Friday Arts Diary

Our cultural picks for the week ahead.


Murder in the Library, The British Library, 96 Euston Road, London NW1, 18 Jan – 12 May 

The British Library’s new exhibition about crime writing, which accounts for approximately a third of all British fiction books, will take you on a captivating journey through the evolution of this popular genre. It will explore the genre's origins in the early 19th century through to contemporary "Nordic Noir", without forgetting the most prominent crime writers including Agatha Christie and Arthur Conan Doyle.

This fascinating exhibition will showcase manuscripts, books, rare audio recordings, artworks, as well as intriguing artefacts from the library's British and North American collections.

Classical Music

The Opus Ones, Peter Donohoe, Warwick Arts Centre, University of Warwick, Coventry, 16 January

Warwick Arts Centre at the University of Warwick invites world renowned British pianist Peter Donohoe to take to its stage with a performance of music from the early part of the careers of some of the best known composers. Donohoe has devised an evening devoted to the works of Tchaikovsky, Bartók, Prokofiev, Schumann and Berg.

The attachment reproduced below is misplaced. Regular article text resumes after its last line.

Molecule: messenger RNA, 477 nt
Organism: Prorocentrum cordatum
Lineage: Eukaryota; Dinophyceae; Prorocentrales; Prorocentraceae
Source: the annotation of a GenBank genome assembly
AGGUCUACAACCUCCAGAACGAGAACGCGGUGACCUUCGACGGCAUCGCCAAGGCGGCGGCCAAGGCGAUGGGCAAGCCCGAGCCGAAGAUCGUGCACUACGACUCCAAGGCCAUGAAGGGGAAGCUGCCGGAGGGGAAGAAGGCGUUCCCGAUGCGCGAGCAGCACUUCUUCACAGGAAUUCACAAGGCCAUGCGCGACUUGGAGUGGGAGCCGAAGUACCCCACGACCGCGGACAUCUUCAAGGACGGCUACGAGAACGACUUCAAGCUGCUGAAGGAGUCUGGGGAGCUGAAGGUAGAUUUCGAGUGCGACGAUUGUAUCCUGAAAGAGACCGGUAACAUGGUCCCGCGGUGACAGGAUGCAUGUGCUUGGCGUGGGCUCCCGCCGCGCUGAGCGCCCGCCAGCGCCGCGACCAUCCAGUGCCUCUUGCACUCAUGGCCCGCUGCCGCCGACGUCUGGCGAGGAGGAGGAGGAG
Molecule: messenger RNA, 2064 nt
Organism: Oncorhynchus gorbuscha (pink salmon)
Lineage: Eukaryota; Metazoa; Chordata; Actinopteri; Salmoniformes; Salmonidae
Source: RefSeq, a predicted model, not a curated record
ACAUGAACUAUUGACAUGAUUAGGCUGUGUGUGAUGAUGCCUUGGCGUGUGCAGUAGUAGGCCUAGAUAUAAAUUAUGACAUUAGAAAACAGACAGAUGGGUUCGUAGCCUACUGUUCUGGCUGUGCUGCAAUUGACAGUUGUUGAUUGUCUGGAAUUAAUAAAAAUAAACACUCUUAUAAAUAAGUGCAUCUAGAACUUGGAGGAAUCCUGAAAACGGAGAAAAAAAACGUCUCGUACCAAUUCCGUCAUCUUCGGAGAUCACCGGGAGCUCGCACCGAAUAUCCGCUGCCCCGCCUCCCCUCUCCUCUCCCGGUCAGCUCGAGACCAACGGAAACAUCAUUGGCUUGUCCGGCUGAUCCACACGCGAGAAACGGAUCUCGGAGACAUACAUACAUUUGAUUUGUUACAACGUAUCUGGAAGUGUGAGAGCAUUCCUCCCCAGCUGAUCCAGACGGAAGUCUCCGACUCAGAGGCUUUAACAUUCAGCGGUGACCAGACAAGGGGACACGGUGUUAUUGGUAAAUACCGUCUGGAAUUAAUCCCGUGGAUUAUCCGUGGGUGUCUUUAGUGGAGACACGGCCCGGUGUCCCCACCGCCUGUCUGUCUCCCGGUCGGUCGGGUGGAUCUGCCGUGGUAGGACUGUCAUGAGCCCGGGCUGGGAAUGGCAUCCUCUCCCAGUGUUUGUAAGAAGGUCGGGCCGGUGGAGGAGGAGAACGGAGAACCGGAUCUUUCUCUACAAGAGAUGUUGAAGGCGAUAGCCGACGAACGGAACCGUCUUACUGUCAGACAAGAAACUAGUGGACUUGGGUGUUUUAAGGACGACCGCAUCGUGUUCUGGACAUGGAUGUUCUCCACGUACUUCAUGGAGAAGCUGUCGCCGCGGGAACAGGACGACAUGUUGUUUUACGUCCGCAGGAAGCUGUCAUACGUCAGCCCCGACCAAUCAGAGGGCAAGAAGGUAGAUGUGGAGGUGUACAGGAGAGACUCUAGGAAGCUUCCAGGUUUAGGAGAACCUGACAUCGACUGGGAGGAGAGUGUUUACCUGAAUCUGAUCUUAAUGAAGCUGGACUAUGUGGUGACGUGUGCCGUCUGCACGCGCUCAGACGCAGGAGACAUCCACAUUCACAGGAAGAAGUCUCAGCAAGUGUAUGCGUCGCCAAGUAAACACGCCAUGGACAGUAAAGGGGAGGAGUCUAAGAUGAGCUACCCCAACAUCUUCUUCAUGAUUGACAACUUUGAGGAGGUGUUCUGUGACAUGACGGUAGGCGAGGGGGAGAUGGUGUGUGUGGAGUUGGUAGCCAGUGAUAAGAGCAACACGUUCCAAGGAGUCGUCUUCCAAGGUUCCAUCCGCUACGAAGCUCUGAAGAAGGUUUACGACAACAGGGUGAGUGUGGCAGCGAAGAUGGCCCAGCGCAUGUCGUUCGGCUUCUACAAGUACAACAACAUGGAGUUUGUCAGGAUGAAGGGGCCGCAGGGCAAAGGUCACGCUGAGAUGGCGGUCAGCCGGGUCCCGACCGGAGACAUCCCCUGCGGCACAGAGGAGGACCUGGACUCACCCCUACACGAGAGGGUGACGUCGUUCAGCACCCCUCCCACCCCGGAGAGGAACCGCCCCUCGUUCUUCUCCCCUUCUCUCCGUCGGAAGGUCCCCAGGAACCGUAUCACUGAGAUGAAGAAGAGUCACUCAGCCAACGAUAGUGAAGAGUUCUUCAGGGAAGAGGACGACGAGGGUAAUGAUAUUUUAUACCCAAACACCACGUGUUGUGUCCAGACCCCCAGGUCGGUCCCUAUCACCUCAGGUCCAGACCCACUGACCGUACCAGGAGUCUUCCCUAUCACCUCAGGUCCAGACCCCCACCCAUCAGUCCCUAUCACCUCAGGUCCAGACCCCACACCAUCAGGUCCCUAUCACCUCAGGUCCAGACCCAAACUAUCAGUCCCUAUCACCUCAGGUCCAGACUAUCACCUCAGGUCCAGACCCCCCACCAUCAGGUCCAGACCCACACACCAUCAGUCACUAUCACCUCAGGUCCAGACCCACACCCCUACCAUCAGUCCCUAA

The audience is promised “power, tenderness, and the perennially fresh touch of one of the supreme virtuosos of our time”. Donohoe begins the evening with a pre-concert talk.


Work In Progress, Sean Lock, Leicester square Theatre, 6 Leicester Place, Leicester Square, London WC2, 11 Jan – 16 Jan (except 14 Jan)

Sean Lock is taking a break from his  television appearances to begin a stand-up comedy tour. The shows at the Leicester Square Theatre are in preparation for a national tour which will commence later this year. The comedian, whose TV credits include team captain on 8 Out Of 10 Cats as well as QI and Argumental, will perform a string of shows at this venue in January and February.


The Johnny Cash Story, The Lowry Theatre, 8 The Quays, Salford, 13 January